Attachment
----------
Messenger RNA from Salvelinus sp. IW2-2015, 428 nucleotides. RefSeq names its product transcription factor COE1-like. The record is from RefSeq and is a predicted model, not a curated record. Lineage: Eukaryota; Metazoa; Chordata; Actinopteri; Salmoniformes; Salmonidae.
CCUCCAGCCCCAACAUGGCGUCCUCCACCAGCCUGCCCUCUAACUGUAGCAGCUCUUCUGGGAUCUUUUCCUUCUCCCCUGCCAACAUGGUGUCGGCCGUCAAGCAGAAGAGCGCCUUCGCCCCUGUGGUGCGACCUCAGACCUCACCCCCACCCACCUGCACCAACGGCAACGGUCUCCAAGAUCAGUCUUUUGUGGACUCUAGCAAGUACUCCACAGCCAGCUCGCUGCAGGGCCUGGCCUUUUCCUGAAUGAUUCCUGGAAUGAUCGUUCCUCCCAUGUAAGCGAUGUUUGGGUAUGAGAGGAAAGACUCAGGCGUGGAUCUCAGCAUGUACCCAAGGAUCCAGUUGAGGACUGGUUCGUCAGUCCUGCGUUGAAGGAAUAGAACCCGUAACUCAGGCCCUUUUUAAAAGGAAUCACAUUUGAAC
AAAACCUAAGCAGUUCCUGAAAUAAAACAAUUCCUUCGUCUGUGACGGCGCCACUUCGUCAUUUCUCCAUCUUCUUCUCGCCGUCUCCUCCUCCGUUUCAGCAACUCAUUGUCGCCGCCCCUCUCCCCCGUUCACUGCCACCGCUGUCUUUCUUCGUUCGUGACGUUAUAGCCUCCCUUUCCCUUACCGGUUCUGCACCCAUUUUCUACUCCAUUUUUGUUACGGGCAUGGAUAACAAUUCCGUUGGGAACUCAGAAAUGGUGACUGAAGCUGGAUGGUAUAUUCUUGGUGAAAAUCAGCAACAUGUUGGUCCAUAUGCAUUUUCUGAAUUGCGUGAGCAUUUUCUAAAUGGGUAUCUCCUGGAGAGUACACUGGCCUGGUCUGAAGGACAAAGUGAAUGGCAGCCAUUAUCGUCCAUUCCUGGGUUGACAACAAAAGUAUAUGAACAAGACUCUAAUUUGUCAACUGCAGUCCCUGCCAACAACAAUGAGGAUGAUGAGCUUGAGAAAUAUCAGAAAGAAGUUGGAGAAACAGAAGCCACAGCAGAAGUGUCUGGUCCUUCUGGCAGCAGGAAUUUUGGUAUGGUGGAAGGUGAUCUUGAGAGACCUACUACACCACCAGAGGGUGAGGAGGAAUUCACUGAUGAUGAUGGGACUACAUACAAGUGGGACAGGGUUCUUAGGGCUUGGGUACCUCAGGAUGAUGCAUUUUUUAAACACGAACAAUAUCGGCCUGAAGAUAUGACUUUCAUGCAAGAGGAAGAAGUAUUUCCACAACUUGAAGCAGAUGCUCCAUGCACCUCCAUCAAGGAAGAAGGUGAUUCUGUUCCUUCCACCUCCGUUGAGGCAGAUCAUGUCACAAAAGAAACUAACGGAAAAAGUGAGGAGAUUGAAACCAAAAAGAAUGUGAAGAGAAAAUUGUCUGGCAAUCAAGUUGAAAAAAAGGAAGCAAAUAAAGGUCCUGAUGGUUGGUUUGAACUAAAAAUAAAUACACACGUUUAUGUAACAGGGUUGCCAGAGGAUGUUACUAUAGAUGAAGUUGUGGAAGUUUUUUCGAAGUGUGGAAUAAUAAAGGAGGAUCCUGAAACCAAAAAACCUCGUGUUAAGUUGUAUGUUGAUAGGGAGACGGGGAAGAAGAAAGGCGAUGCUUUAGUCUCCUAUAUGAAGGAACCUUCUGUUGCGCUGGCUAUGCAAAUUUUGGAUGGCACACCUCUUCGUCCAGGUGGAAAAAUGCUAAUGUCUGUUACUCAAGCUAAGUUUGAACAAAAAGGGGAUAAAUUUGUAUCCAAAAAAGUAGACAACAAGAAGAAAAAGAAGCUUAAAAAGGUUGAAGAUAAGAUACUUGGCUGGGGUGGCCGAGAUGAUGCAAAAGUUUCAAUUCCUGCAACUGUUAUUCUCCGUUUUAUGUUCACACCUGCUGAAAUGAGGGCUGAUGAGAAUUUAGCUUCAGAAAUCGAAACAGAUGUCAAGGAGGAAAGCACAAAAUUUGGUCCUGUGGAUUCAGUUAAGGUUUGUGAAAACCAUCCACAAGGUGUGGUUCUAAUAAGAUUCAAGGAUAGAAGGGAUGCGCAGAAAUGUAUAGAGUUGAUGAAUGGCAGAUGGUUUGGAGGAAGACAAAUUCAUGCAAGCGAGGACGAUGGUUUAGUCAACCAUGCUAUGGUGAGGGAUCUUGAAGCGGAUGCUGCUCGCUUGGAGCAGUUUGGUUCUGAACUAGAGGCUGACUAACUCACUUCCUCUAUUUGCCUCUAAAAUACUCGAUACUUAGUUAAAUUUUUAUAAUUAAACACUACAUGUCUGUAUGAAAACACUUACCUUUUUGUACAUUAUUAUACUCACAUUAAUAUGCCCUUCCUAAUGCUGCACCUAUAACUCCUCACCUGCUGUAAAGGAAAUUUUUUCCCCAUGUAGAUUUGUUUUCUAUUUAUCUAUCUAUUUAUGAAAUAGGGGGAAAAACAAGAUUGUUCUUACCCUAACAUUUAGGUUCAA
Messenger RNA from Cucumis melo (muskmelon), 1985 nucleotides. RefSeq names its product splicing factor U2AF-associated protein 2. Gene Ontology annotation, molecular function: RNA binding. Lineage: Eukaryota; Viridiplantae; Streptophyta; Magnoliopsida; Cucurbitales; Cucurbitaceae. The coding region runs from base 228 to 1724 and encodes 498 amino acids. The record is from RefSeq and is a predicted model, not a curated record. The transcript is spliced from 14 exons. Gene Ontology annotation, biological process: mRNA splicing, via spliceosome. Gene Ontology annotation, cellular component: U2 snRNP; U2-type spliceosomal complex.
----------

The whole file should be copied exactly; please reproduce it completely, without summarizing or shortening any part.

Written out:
Messenger RNA from Salvelinus sp. IW2-2015, 428 nucleotides. RefSeq names its product transcription factor COE1-like. The record is from RefSeq and is a predicted model, not a curated record. Lineage: Eukaryota; Metazoa; Chordata; Actinopteri; Salmoniformes; Salmonidae.
CCUCCAGCCCCAACAUGGCGUCCUCCACCAGCCUGCCCUCUAACUGUAGCAGCUCUUCUGGGAUCUUUUCCUUCUCCCCUGCCAACAUGGUGUCGGCCGUCAAGCAGAAGAGCGCCUUCGCCCCUGUGGUGCGACCUCAGACCUCACCCCCACCCACCUGCACCAACGGCAACGGUCUCCAAGAUCAGUCUUUUGUGGACUCUAGCAAGUACUCCACAGCCAGCUCGCUGCAGGGCCUGGCCUUUUCCUGAAUGAUUCCUGGAAUGAUCGUUCCUCCCAUGUAAGCGAUGUUUGGGUAUGAGAGGAAAGACUCAGGCGUGGAUCUCAGCAUGUACCCAAGGAUCCAGUUGAGGACUGGUUCGUCAGUCCUGCGUUGAAGGAAUAGAACCCGUAACUCAGGCCCUUUUUAAAAGGAAUCACAUUUGAAC
AAAACCUAAGCAGUUCCUGAAAUAAAACAAUUCCUUCGUCUGUGACGGCGCCACUUCGUCAUUUCUCCAUCUUCUUCUCGCCGUCUCCUCCUCCGUUUCAGCAACUCAUUGUCGCCGCCCCUCUCCCCCGUUCACUGCCACCGCUGUCUUUCUUCGUUCGUGACGUUAUAGCCUCCCUUUCCCUUACCGGUUCUGCACCCAUUUUCUACUCCAUUUUUGUUACGGGCAUGGAUAACAAUUCCGUUGGGAACUCAGAAAUGGUGACUGAAGCUGGAUGGUAUAUUCUUGGUGAAAAUCAGCAACAUGUUGGUCCAUAUGCAUUUUCUGAAUUGCGUGAGCAUUUUCUAAAUGGGUAUCUCCUGGAGAGUACACUGGCCUGGUCUGAAGGACAAAGUGAAUGGCAGCCAUUAUCGUCCAUUCCUGGGUUGACAACAAAAGUAUAUGAACAAGACUCUAAUUUGUCAACUGCAGUCCCUGCCAACAACAAUGAGGAUGAUGAGCUUGAGAAAUAUCAGAAAGAAGUUGGAGAAACAGAAGCCACAGCAGAAGUGUCUGGUCCUUCUGGCAGCAGGAAUUUUGGUAUGGUGGAAGGUGAUCUUGAGAGACCUACUACACCACCAGAGGGUGAGGAGGAAUUCACUGAUGAUGAUGGGACUACAUACAAGUGGGACAGGGUUCUUAGGGCUUGGGUACCUCAGGAUGAUGCAUUUUUUAAACACGAACAAUAUCGGCCUGAAGAUAUGACUUUCAUGCAAGAGGAAGAAGUAUUUCCACAACUUGAAGCAGAUGCUCCAUGCACCUCCAUCAAGGAAGAAGGUGAUUCUGUUCCUUCCACCUCCGUUGAGGCAGAUCAUGUCACAAAAGAAACUAACGGAAAAAGUGAGGAGAUUGAAACCAAAAAGAAUGUGAAGAGAAAAUUGUCUGGCAAUCAAGUUGAAAAAAAGGAAGCAAAUAAAGGUCCUGAUGGUUGGUUUGAACUAAAAAUAAAUACACACGUUUAUGUAACAGGGUUGCCAGAGGAUGUUACUAUAGAUGAAGUUGUGGAAGUUUUUUCGAAGUGUGGAAUAAUAAAGGAGGAUCCUGAAACCAAAAAACCUCGUGUUAAGUUGUAUGUUGAUAGGGAGACGGGGAAGAAGAAAGGCGAUGCUUUAGUCUCCUAUAUGAAGGAACCUUCUGUUGCGCUGGCUAUGCAAAUUUUGGAUGGCACACCUCUUCGUCCAGGUGGAAAAAUGCUAAUGUCUGUUACUCAAGCUAAGUUUGAACAAAAAGGGGAUAAAUUUGUAUCCAAAAAAGUAGACAACAAGAAGAAAAAGAAGCUUAAAAAGGUUGAAGAUAAGAUACUUGGCUGGGGUGGCCGAGAUGAUGCAAAAGUUUCAAUUCCUGCAACUGUUAUUCUCCGUUUUAUGUUCACACCUGCUGAAAUGAGGGCUGAUGAGAAUUUAGCUUCAGAAAUCGAAACAGAUGUCAAGGAGGAAAGCACAAAAUUUGGUCCUGUGGAUUCAGUUAAGGUUUGUGAAAACCAUCCACAAGGUGUGGUUCUAAUAAGAUUCAAGGAUAGAAGGGAUGCGCAGAAAUGUAUAGAGUUGAUGAAUGGCAGAUGGUUUGGAGGAAGACAAAUUCAUGCAAGCGAGGACGAUGGUUUAGUCAACCAUGCUAUGGUGAGGGAUCUUGAAGCGGAUGCUGCUCGCUUGGAGCAGUUUGGUUCUGAACUAGAGGCUGACUAACUCACUUCCUCUAUUUGCCUCUAAAAUACUCGAUACUUAGUUAAAUUUUUAUAAUUAAACACUACAUGUCUGUAUGAAAACACUUACCUUUUUGUACAUUAUUAUACUCACAUUAAUAUGCCCUUCCUAAUGCUGCACCUAUAACUCCUCACCUGCUGUAAAGGAAAUUUUUUCCCCAUGUAGAUUUGUUUUCUAUUUAUCUAUCUAUUUAUGAAAUAGGGGGAAAAACAAGAUUGUUCUUACCCUAACAUUUAGGUUCAA
Messenger RNA from Cucumis melo (muskmelon), 1985 nucleotides. RefSeq names its product splicing factor U2AF-associated protein 2. Gene Ontology annotation, molecular function: RNA binding. Lineage: Eukaryota; Viridiplantae; Streptophyta; Magnoliopsida; Cucurbitales; Cucurbitaceae. The coding region runs from base 228 to 1724 and encodes 498 amino acids. The record is from RefSeq and is a predicted model, not a curated record. The transcript is spliced from 14 exons. Gene Ontology annotation, biological process: mRNA splicing, via spliceosome. Gene Ontology annotation, cellular component: U2 snRNP; U2-type spliceosomal complex.